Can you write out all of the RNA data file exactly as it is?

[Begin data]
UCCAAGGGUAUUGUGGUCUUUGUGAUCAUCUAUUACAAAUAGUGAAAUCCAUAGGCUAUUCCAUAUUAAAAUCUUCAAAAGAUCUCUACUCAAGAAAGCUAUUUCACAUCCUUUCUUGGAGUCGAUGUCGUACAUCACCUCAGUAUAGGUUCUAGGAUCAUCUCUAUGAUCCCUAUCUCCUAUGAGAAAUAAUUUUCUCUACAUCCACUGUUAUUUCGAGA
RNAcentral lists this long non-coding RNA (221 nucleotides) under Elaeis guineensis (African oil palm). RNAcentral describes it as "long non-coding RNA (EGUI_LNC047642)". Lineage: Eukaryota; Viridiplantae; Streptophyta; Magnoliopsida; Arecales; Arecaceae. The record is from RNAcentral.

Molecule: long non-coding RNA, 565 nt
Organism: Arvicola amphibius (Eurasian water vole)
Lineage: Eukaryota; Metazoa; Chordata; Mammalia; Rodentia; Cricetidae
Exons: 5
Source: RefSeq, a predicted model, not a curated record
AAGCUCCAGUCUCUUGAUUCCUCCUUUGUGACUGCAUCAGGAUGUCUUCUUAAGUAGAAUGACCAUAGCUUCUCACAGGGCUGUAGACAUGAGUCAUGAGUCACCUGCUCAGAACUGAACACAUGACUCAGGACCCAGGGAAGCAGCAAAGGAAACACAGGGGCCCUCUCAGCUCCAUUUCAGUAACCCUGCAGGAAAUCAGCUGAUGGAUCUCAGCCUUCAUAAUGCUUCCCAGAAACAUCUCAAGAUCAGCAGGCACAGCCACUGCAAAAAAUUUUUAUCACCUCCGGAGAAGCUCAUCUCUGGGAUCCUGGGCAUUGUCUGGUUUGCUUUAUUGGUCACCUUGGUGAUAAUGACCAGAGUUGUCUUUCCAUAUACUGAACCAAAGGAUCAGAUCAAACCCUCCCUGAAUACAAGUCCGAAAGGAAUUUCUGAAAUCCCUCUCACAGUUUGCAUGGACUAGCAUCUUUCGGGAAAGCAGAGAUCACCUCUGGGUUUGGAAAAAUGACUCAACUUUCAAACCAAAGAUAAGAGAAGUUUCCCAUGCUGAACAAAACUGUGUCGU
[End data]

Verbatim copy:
UCCAAGGGUAUUGUGGUCUUUGUGAUCAUCUAUUACAAAUAGUGAAAUCCAUAGGCUAUUCCAUAUUAAAAUCUUCAAAAGAUCUCUACUCAAGAAAGCUAUUUCACAUCCUUUCUUGGAGUCGAUGUCGUACAUCACCUCAGUAUAGGUUCUAGGAUCAUCUCUAUGAUCCCUAUCUCCUAUGAGAAAUAAUUUUCUCUACAUCCACUGUUAUUUCGAGA
RNAcentral lists this long non-coding RNA (221 nucleotides) under Elaeis guineensis (African oil palm). RNAcentral describes it as "long non-coding RNA (EGUI_LNC047642)". Lineage: Eukaryota; Viridiplantae; Streptophyta; Magnoliopsida; Arecales; Arecaceae. The record is from RNAcentral.

Molecule: long non-coding RNA, 565 nt
Organism: Arvicola amphibius (Eurasian water vole)
Lineage: Eukaryota; Metazoa; Chordata; Mammalia; Rodentia; Cricetidae
Exons: 5
Source: RefSeq, a predicted model, not a curated record
AAGCUCCAGUCUCUUGAUUCCUCCUUUGUGACUGCAUCAGGAUGUCUUCUUAAGUAGAAUGACCAUAGCUUCUCACAGGGCUGUAGACAUGAGUCAUGAGUCACCUGCUCAGAACUGAACACAUGACUCAGGACCCAGGGAAGCAGCAAAGGAAACACAGGGGCCCUCUCAGCUCCAUUUCAGUAACCCUGCAGGAAAUCAGCUGAUGGAUCUCAGCCUUCAUAAUGCUUCCCAGAAACAUCUCAAGAUCAGCAGGCACAGCCACUGCAAAAAAUUUUUAUCACCUCCGGAGAAGCUCAUCUCUGGGAUCCUGGGCAUUGUCUGGUUUGCUUUAUUGGUCACCUUGGUGAUAAUGACCAGAGUUGUCUUUCCAUAUACUGAACCAAAGGAUCAGAUCAAACCCUCCCUGAAUACAAGUCCGAAAGGAAUUUCUGAAAUCCCUCUCACAGUUUGCAUGGACUAGCAUCUUUCGGGAAAGCAGAGAUCACCUCUGGGUUUGGAAAAAUGACUCAACUUUCAAACCAAAGAUAAGAGAAGUUUCCCAUGCUGAACAAAACUGUGUCGU